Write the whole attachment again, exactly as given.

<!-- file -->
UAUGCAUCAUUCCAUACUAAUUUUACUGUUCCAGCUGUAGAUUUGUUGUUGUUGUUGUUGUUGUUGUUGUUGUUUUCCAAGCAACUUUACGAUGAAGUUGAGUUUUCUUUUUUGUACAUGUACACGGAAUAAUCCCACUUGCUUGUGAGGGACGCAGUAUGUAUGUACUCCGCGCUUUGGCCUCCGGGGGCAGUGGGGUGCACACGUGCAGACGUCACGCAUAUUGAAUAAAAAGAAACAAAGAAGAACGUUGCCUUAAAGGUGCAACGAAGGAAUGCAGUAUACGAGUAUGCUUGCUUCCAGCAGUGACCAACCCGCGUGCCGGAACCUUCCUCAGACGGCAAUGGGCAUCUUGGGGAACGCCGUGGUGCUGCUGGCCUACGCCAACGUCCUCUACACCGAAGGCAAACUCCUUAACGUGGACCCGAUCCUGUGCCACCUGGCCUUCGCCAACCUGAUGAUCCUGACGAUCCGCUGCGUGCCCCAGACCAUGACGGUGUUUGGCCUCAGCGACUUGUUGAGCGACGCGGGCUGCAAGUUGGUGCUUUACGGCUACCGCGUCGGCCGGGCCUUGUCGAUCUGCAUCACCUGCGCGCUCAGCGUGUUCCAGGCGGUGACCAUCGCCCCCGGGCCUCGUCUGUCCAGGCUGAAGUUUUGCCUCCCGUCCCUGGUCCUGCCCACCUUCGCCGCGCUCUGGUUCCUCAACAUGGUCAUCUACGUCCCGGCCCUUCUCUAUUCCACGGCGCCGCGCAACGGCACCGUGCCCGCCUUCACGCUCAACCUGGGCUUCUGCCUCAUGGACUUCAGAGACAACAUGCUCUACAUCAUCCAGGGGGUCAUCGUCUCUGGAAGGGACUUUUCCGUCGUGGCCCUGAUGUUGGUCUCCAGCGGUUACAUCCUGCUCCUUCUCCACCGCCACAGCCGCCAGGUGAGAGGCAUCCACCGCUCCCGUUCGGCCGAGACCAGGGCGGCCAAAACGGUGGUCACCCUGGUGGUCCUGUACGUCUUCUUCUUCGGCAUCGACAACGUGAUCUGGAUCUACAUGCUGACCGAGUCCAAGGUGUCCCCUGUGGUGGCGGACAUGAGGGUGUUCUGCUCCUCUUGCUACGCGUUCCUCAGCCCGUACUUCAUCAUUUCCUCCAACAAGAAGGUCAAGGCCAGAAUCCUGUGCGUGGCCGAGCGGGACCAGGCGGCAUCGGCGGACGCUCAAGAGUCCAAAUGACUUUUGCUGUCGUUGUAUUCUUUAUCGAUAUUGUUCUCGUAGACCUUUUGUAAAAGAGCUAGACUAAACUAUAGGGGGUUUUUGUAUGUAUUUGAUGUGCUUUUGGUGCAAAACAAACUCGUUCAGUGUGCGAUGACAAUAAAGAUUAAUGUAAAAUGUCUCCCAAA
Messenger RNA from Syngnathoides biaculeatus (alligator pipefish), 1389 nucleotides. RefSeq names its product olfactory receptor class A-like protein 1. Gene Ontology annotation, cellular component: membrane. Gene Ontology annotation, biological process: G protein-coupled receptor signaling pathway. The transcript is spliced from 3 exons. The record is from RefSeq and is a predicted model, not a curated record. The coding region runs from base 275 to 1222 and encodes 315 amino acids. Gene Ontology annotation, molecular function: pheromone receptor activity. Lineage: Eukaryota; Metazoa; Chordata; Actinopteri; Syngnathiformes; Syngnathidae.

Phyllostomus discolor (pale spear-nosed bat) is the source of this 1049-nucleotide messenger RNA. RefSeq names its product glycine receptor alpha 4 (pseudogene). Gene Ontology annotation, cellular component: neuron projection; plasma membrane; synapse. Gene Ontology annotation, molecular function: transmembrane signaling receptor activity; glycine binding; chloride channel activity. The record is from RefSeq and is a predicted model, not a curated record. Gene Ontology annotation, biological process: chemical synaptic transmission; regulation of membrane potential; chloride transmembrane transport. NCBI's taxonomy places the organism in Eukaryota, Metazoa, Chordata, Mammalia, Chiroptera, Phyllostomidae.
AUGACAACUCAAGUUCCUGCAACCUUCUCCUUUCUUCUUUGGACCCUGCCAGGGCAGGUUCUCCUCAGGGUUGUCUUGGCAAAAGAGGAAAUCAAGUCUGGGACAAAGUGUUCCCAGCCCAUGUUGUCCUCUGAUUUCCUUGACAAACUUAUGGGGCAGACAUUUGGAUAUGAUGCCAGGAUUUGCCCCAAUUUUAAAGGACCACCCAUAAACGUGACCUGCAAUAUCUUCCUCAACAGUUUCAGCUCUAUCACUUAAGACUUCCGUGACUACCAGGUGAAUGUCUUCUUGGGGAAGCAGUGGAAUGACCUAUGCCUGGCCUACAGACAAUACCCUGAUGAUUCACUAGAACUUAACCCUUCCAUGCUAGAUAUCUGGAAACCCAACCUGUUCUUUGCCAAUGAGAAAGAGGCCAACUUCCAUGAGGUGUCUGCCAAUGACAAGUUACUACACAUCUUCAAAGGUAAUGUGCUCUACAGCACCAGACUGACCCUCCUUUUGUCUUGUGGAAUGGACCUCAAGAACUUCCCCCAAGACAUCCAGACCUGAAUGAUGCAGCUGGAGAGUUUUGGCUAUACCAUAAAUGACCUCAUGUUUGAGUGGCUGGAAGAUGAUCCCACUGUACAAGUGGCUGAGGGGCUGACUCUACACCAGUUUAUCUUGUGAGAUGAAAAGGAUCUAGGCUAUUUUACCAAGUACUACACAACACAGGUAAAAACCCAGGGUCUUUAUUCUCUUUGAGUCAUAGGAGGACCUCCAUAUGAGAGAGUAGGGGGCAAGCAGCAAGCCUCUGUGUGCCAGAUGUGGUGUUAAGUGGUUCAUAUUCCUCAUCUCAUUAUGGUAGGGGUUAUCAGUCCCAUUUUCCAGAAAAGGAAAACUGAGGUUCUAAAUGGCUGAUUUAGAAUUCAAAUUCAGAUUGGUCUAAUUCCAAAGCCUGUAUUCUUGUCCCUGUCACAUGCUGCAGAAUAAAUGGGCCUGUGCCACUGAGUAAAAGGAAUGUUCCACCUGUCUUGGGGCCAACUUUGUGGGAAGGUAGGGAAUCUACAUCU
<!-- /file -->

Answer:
UAUGCAUCAUUCCAUACUAAUUUUACUGUUCCAGCUGUAGAUUUGUUGUUGUUGUUGUUGUUGUUGUUGUUGUUUUCCAAGCAACUUUACGAUGAAGUUGAGUUUUCUUUUUUGUACAUGUACACGGAAUAAUCCCACUUGCUUGUGAGGGACGCAGUAUGUAUGUACUCCGCGCUUUGGCCUCCGGGGGCAGUGGGGUGCACACGUGCAGACGUCACGCAUAUUGAAUAAAAAGAAACAAAGAAGAACGUUGCCUUAAAGGUGCAACGAAGGAAUGCAGUAUACGAGUAUGCUUGCUUCCAGCAGUGACCAACCCGCGUGCCGGAACCUUCCUCAGACGGCAAUGGGCAUCUUGGGGAACGCCGUGGUGCUGCUGGCCUACGCCAACGUCCUCUACACCGAAGGCAAACUCCUUAACGUGGACCCGAUCCUGUGCCACCUGGCCUUCGCCAACCUGAUGAUCCUGACGAUCCGCUGCGUGCCCCAGACCAUGACGGUGUUUGGCCUCAGCGACUUGUUGAGCGACGCGGGCUGCAAGUUGGUGCUUUACGGCUACCGCGUCGGCCGGGCCUUGUCGAUCUGCAUCACCUGCGCGCUCAGCGUGUUCCAGGCGGUGACCAUCGCCCCCGGGCCUCGUCUGUCCAGGCUGAAGUUUUGCCUCCCGUCCCUGGUCCUGCCCACCUUCGCCGCGCUCUGGUUCCUCAACAUGGUCAUCUACGUCCCGGCCCUUCUCUAUUCCACGGCGCCGCGCAACGGCACCGUGCCCGCCUUCACGCUCAACCUGGGCUUCUGCCUCAUGGACUUCAGAGACAACAUGCUCUACAUCAUCCAGGGGGUCAUCGUCUCUGGAAGGGACUUUUCCGUCGUGGCCCUGAUGUUGGUCUCCAGCGGUUACAUCCUGCUCCUUCUCCACCGCCACAGCCGCCAGGUGAGAGGCAUCCACCGCUCCCGUUCGGCCGAGACCAGGGCGGCCAAAACGGUGGUCACCCUGGUGGUCCUGUACGUCUUCUUCUUCGGCAUCGACAACGUGAUCUGGAUCUACAUGCUGACCGAGUCCAAGGUGUCCCCUGUGGUGGCGGACAUGAGGGUGUUCUGCUCCUCUUGCUACGCGUUCCUCAGCCCGUACUUCAUCAUUUCCUCCAACAAGAAGGUCAAGGCCAGAAUCCUGUGCGUGGCCGAGCGGGACCAGGCGGCAUCGGCGGACGCUCAAGAGUCCAAAUGACUUUUGCUGUCGUUGUAUUCUUUAUCGAUAUUGUUCUCGUAGACCUUUUGUAAAAGAGCUAGACUAAACUAUAGGGGGUUUUUGUAUGUAUUUGAUGUGCUUUUGGUGCAAAACAAACUCGUUCAGUGUGCGAUGACAAUAAAGAUUAAUGUAAAAUGUCUCCCAAA
Messenger RNA from Syngnathoides biaculeatus (alligator pipefish), 1389 nucleotides. RefSeq names its product olfactory receptor class A-like protein 1. Gene Ontology annotation, cellular component: membrane. Gene Ontology annotation, biological process: G protein-coupled receptor signaling pathway. The transcript is spliced from 3 exons. The record is from RefSeq and is a predicted model, not a curated record. The coding region runs from base 275 to 1222 and encodes 315 amino acids. Gene Ontology annotation, molecular function: pheromone receptor activity. Lineage: Eukaryota; Metazoa; Chordata; Actinopteri; Syngnathiformes; Syngnathidae.

Phyllostomus discolor (pale spear-nosed bat) is the source of this 1049-nucleotide messenger RNA. RefSeq names its product glycine receptor alpha 4 (pseudogene). Gene Ontology annotation, cellular component: neuron projection; plasma membrane; synapse. Gene Ontology annotation, molecular function: transmembrane signaling receptor activity; glycine binding; chloride channel activity. The record is from RefSeq and is a predicted model, not a curated record. Gene Ontology annotation, biological process: chemical synaptic transmission; regulation of membrane potential; chloride transmembrane transport. NCBI's taxonomy places the organism in Eukaryota, Metazoa, Chordata, Mammalia, Chiroptera, Phyllostomidae.
AUGACAACUCAAGUUCCUGCAACCUUCUCCUUUCUUCUUUGGACCCUGCCAGGGCAGGUUCUCCUCAGGGUUGUCUUGGCAAAAGAGGAAAUCAAGUCUGGGACAAAGUGUUCCCAGCCCAUGUUGUCCUCUGAUUUCCUUGACAAACUUAUGGGGCAGACAUUUGGAUAUGAUGCCAGGAUUUGCCCCAAUUUUAAAGGACCACCCAUAAACGUGACCUGCAAUAUCUUCCUCAACAGUUUCAGCUCUAUCACUUAAGACUUCCGUGACUACCAGGUGAAUGUCUUCUUGGGGAAGCAGUGGAAUGACCUAUGCCUGGCCUACAGACAAUACCCUGAUGAUUCACUAGAACUUAACCCUUCCAUGCUAGAUAUCUGGAAACCCAACCUGUUCUUUGCCAAUGAGAAAGAGGCCAACUUCCAUGAGGUGUCUGCCAAUGACAAGUUACUACACAUCUUCAAAGGUAAUGUGCUCUACAGCACCAGACUGACCCUCCUUUUGUCUUGUGGAAUGGACCUCAAGAACUUCCCCCAAGACAUCCAGACCUGAAUGAUGCAGCUGGAGAGUUUUGGCUAUACCAUAAAUGACCUCAUGUUUGAGUGGCUGGAAGAUGAUCCCACUGUACAAGUGGCUGAGGGGCUGACUCUACACCAGUUUAUCUUGUGAGAUGAAAAGGAUCUAGGCUAUUUUACCAAGUACUACACAACACAGGUAAAAACCCAGGGUCUUUAUUCUCUUUGAGUCAUAGGAGGACCUCCAUAUGAGAGAGUAGGGGGCAAGCAGCAAGCCUCUGUGUGCCAGAUGUGGUGUUAAGUGGUUCAUAUUCCUCAUCUCAUUAUGGUAGGGGUUAUCAGUCCCAUUUUCCAGAAAAGGAAAACUGAGGUUCUAAAUGGCUGAUUUAGAAUUCAAAUUCAGAUUGGUCUAAUUCCAAAGCCUGUAUUCUUGUCCCUGUCACAUGCUGCAGAAUAAAUGGGCCUGUGCCACUGAGUAAAAGGAAUGUUCCACCUGUCUUGGGGCCAACUUUGUGGGAAGGUAGGGAAUCUACAUCU